When companies consider bringing a new employee on board, the applicant’s prior experience is usually a significant factor in the decision-making process. If the prospective employee is coming from a rival company, ensuring that they’re not improperly disclosing trade secrets should also be part of the new-hire checklist to lessen the possibility of trade secret disputes and litigation.
As a preliminary measure, company leaders can curtail improper activity around trade secrets through the “tone at the top” by establishing a corporate culture that discourages managers from asking incoming workers to share their former employer’s confidential information. Companies can also explicitly communicate this expectation to potential employees during the hiring process and require the new hire to sign a statement that they won’t use their former employer’s trade secrets. In situations where the risks of improper use of the rival company’s confidential information are high due to the nature of the work, companies can monitor a new employee’s computer systems.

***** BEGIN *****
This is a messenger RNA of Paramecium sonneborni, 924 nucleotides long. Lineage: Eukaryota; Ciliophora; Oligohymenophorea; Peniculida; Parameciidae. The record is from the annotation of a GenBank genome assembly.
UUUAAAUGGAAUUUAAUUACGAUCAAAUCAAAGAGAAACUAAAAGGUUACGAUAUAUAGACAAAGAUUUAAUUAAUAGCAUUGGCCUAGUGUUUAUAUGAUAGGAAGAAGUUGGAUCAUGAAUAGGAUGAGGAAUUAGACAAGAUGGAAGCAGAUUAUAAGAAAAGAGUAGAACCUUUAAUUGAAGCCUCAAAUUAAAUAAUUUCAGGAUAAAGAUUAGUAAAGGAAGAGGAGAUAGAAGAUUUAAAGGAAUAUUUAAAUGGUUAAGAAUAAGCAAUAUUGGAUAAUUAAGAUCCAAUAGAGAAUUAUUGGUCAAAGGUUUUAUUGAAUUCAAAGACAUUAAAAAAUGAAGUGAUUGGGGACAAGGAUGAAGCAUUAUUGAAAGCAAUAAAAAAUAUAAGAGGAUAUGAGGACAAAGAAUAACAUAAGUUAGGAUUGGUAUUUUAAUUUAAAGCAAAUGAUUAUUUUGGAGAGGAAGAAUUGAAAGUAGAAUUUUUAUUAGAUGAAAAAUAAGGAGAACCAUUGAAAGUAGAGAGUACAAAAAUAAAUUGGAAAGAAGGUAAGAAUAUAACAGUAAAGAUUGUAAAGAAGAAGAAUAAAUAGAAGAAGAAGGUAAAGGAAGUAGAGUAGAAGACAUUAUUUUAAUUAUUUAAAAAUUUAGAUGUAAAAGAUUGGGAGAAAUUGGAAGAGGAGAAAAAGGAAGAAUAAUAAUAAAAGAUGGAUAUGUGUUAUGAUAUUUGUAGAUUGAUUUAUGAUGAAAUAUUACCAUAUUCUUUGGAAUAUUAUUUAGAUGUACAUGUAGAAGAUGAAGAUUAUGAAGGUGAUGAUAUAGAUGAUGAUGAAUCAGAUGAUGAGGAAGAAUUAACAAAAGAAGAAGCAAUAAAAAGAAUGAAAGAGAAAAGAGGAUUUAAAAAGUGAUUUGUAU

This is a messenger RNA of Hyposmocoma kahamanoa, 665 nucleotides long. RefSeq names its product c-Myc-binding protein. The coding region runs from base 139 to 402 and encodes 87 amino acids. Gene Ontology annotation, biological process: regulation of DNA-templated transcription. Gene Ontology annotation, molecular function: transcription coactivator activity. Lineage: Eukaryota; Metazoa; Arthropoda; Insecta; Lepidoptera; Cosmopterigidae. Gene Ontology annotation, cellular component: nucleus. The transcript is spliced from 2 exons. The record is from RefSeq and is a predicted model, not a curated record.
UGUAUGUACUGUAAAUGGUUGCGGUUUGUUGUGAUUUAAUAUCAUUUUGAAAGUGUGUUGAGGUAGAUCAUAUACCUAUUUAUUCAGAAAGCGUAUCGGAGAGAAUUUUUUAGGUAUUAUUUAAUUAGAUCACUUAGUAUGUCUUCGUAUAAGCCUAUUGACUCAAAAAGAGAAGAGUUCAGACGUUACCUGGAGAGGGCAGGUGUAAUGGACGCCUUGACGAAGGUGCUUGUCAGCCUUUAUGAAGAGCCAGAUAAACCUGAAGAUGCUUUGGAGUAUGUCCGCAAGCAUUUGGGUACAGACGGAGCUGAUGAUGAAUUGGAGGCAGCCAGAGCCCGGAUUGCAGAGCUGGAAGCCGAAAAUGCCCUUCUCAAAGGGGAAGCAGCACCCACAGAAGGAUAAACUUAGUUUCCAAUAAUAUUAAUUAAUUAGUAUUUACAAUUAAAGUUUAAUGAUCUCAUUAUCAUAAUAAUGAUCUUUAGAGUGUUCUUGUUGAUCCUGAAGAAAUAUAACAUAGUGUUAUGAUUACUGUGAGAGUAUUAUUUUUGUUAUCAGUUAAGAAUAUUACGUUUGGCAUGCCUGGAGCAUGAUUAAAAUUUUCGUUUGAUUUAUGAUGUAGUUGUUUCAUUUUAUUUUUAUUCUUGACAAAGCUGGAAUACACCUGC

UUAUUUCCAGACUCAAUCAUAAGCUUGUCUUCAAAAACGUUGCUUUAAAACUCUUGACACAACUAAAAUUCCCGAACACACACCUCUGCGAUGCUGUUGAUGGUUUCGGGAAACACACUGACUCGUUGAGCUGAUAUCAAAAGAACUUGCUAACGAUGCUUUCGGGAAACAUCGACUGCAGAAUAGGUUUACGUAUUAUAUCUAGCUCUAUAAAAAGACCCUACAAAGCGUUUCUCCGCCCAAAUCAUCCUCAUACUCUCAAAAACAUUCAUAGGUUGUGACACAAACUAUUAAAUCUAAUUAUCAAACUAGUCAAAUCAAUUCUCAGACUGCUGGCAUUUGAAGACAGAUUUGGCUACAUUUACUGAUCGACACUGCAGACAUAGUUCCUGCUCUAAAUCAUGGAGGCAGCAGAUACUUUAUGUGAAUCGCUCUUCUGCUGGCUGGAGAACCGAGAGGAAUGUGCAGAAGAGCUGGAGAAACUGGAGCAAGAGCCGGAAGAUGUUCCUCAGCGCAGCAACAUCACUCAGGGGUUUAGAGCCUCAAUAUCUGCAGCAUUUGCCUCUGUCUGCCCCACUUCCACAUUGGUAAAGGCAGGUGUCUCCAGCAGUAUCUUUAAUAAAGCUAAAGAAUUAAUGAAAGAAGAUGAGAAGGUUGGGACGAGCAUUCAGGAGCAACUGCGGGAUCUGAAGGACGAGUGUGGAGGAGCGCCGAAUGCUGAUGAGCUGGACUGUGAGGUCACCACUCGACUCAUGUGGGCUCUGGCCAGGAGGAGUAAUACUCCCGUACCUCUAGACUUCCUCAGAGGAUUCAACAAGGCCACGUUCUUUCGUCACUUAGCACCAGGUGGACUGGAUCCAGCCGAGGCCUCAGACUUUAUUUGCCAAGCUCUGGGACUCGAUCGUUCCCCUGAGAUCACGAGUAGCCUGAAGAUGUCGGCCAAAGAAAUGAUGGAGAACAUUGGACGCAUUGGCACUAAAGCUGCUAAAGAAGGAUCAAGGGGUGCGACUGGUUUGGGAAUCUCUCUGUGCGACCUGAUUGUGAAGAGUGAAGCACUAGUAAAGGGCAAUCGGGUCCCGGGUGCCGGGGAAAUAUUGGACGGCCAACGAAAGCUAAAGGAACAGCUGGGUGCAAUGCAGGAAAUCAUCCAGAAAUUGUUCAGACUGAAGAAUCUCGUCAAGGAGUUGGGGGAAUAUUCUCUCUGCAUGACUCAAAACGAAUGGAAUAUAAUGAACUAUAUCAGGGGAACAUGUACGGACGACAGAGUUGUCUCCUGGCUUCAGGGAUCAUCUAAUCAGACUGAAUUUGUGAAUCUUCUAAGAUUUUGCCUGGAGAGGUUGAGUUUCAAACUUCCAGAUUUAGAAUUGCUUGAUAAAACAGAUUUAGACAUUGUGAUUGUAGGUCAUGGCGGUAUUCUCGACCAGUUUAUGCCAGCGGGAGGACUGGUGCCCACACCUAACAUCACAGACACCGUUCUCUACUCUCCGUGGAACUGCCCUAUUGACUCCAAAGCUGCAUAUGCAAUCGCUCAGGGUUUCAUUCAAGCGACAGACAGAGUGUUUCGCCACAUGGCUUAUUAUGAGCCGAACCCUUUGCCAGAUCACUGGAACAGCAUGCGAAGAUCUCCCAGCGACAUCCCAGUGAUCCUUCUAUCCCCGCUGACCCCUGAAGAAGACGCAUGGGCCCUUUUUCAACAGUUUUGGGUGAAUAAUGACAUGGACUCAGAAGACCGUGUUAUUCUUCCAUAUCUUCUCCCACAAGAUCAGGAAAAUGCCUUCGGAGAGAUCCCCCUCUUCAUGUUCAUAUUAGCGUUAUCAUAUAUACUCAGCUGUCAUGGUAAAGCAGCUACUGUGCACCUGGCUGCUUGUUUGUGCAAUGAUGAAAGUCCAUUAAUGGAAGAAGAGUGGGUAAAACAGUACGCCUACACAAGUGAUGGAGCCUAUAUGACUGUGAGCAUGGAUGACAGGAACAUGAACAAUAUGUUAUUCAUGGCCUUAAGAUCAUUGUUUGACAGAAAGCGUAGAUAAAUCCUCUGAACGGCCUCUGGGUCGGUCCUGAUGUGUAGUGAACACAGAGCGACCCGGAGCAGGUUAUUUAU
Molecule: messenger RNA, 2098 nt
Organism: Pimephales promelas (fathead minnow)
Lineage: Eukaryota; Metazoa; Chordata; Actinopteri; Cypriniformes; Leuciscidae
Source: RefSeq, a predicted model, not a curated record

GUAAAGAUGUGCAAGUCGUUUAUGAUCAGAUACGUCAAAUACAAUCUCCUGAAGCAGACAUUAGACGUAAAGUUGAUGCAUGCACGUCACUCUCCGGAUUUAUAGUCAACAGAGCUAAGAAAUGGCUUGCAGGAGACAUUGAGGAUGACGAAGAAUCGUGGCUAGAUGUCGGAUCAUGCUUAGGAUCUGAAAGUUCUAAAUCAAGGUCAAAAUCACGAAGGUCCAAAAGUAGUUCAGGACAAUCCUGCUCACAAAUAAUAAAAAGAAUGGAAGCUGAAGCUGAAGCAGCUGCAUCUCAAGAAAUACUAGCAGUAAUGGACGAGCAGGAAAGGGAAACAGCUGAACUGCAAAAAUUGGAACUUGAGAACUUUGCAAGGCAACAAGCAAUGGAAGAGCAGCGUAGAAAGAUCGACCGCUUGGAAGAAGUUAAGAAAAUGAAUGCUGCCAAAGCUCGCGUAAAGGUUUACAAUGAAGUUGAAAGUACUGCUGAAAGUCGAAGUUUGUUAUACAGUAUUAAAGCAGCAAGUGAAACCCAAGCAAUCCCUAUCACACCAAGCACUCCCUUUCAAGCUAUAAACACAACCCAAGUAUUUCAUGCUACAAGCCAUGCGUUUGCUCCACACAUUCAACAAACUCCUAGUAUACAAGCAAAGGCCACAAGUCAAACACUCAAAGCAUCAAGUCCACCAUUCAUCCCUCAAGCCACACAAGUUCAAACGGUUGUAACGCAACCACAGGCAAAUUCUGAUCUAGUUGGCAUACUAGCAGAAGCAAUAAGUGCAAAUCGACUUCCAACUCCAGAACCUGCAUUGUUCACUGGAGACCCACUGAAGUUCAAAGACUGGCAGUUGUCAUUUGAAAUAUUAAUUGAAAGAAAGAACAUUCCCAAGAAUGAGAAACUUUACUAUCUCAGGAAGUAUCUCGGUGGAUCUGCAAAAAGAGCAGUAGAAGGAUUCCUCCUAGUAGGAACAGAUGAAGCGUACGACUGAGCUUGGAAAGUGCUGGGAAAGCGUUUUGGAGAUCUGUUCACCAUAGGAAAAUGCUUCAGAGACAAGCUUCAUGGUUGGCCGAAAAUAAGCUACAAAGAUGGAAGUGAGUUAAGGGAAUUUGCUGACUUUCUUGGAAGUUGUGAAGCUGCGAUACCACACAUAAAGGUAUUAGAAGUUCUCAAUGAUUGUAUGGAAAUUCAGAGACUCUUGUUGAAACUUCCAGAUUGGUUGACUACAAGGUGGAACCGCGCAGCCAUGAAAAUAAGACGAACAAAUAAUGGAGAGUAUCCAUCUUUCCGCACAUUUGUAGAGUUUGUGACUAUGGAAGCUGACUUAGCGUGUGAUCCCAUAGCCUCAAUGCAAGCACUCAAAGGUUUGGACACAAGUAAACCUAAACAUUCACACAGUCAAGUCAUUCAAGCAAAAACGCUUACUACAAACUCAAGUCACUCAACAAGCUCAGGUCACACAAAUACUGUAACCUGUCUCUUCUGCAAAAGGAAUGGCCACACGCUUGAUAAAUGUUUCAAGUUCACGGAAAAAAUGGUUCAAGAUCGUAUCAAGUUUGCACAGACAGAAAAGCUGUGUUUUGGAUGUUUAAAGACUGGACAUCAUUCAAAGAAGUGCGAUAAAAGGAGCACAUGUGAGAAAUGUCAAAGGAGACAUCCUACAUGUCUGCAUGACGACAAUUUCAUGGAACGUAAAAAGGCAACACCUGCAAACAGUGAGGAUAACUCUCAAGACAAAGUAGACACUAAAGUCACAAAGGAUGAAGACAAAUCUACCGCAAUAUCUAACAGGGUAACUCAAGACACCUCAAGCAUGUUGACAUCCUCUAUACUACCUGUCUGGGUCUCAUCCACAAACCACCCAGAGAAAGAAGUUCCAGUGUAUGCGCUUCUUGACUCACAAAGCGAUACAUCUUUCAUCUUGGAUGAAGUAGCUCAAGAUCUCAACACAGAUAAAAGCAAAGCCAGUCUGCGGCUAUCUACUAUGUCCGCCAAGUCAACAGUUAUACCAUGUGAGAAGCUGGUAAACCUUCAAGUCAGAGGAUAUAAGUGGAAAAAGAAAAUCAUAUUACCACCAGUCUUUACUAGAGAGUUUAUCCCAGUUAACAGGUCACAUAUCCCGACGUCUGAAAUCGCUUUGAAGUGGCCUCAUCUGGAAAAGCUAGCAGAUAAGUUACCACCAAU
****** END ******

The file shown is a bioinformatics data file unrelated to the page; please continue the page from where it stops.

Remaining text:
What should companies do if they’re on the other side of this equation? If there’s evidence that a former employee who jumped ship for a rival concern is trading on your organization’s secrets, putting the other company on notice may stop the improper activity. Notice can include anything from a phone call to a formal letter to filing a lawsuit, possibly including a request for a temporary restraining order or to seize the other company’s property for inspection.
Creating a culture that values and reinforces ethical business practices and promptly attending to breaches of trade secret confidentiality keeps trade secrets in-house when employees move on.
In the final installment in our blog post series on trade secrets, we’ll review when to make confidential information a trade secret and when it’s better to apply for patent protection.